Climate accord loopholes could spell 4.2-degree rise in temperature and end of coral reefs by 2100

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Climate accord

Climate accord

A global temperature increase of up to 4.2 º C and the end of coral reefs could become reality by 2100 if national targets are not revised in the Copenhagen Accord, the international pledge which was agreed at last year’s Copenhagen’s COP15 climate change conference. Just ahead of the next United Nations Climate Change Conference, which starts on 4 October in Tianjin, China, a new report published today, Wednesday, 29 September, in IOP Publishing’s Environmental Research Letters describes how, due to lack of global action to date, only a small chance remains for keeping the global temperature increase down to 2 º C as set as a target in the Accord.

Looking at individual countries’ agreed targets for emission levels, the report shows that many developed countries such as the USA and the European Union have set their aims very low, aiming at reaching emission levels just a few percent lower than 1990 levels by 2020. Only Japan and Norway are aiming to drastically reduce their emission to 25% and 30 to 40% below 1990 levels respectively.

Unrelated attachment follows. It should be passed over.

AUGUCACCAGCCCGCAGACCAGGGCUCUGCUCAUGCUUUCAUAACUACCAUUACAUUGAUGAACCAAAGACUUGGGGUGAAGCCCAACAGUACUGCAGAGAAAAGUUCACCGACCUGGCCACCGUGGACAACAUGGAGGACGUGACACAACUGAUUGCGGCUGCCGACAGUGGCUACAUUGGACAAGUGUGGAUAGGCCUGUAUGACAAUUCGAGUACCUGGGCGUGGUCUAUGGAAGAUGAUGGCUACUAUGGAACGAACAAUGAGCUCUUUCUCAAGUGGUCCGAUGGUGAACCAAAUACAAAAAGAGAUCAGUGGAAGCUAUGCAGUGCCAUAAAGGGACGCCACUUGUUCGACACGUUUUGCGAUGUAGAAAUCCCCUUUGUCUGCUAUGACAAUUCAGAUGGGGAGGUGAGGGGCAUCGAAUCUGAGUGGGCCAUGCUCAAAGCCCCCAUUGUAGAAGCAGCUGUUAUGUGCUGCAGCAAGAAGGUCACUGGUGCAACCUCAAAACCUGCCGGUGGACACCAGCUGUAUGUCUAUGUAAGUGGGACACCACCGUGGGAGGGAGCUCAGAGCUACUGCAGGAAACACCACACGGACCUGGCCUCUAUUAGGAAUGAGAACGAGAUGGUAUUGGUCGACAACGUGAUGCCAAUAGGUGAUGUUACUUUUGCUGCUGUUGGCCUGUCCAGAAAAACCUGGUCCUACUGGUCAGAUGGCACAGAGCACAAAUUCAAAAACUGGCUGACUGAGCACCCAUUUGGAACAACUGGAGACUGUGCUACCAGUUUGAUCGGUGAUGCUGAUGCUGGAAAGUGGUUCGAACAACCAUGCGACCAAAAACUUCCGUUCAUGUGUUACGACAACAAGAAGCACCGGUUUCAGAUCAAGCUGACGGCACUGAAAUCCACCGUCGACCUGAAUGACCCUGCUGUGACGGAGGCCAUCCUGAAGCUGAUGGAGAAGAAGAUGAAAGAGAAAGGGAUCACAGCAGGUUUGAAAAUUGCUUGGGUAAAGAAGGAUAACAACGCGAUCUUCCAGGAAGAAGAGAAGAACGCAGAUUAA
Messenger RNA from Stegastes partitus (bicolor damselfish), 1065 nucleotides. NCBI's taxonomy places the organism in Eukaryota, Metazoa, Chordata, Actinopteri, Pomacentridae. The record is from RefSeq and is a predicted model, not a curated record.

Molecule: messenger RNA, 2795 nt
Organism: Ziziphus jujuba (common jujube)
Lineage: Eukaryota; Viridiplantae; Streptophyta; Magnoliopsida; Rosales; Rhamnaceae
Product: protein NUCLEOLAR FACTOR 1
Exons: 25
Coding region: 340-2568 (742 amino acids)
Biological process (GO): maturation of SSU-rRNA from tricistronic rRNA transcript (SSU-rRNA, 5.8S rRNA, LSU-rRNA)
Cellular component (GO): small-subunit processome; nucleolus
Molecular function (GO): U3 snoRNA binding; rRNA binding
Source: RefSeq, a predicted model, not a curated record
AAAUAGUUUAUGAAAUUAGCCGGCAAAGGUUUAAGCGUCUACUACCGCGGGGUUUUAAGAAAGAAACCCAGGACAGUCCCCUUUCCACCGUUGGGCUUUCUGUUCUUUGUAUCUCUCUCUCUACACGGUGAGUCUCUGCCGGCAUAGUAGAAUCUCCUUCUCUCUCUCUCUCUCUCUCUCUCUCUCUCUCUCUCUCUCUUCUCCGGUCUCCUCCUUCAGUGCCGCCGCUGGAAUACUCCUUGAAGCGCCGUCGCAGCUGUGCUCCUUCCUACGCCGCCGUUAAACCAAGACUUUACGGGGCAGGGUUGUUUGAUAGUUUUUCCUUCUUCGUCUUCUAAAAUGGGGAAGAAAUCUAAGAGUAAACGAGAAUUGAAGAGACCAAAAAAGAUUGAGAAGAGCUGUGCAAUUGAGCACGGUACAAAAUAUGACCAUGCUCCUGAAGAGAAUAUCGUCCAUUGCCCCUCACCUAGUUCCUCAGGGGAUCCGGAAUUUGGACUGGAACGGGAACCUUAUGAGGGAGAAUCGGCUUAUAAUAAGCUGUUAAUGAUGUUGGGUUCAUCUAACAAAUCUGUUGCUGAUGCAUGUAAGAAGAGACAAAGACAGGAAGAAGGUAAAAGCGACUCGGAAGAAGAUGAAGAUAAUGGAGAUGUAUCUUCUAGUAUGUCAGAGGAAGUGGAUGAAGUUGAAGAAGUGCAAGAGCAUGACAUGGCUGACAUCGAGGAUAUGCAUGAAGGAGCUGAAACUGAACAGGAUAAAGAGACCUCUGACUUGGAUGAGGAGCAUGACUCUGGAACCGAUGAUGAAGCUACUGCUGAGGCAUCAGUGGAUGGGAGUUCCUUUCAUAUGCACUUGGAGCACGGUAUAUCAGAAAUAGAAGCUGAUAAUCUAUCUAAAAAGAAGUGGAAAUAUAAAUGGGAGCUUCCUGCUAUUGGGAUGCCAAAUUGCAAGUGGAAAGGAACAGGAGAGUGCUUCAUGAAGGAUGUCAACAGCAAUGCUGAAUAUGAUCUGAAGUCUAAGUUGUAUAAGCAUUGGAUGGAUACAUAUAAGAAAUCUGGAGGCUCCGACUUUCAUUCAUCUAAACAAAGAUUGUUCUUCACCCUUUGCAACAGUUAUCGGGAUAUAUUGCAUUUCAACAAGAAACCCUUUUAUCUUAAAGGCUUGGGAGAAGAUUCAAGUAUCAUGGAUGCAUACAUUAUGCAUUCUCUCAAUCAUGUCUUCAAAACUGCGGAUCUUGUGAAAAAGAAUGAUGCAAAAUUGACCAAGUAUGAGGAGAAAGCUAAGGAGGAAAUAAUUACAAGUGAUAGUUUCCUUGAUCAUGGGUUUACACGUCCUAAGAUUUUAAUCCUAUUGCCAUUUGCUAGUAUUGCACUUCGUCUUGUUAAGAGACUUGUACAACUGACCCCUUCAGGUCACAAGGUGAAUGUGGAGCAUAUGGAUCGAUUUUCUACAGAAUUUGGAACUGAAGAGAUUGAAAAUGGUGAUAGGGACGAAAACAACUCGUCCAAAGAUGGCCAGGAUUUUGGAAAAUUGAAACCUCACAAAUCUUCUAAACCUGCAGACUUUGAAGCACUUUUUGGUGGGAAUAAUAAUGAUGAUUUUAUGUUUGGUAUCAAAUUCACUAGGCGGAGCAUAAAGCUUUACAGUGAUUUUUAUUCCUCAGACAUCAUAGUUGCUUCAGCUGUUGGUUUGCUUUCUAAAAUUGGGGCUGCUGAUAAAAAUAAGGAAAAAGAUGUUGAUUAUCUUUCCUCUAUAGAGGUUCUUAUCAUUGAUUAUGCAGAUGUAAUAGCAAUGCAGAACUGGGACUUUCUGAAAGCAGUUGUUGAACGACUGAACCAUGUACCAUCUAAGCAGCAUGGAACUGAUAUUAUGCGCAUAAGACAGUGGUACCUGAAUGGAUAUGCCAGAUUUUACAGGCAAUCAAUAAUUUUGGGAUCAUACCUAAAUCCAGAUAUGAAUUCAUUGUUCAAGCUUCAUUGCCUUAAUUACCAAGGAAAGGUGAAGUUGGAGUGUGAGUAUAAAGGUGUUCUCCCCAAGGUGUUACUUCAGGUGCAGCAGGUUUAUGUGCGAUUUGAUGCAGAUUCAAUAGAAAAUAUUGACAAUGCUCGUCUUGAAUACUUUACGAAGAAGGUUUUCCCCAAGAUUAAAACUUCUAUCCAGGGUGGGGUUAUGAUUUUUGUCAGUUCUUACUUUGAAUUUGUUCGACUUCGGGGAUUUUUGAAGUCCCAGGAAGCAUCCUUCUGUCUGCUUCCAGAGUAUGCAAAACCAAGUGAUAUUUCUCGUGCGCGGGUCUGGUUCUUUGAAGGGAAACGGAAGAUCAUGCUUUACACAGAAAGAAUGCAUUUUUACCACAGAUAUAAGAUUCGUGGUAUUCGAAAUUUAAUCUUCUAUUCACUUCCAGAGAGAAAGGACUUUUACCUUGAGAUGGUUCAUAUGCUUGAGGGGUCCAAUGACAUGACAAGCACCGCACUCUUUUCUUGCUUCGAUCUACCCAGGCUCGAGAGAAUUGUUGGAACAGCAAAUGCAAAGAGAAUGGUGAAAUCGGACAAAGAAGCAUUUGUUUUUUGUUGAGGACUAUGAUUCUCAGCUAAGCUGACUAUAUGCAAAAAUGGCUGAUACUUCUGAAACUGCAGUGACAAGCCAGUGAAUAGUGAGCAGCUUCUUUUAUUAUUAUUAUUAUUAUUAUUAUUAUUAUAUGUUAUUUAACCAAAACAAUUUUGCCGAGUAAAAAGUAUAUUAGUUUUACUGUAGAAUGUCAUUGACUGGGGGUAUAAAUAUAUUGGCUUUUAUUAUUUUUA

Chakra Balancing

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Chakra Balancing

Chakra Balancing

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Carbon Dioxide in Fizzy Drinks Sets Off Pain Sensors in Nasal Cavity

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Carbon-Dioxide

Carbon-Dioxide

The carbon dioxide in fizzy beverages ignites the same pain sensors in the nasal cavity, very much like mustard and horseradish,according to a new study.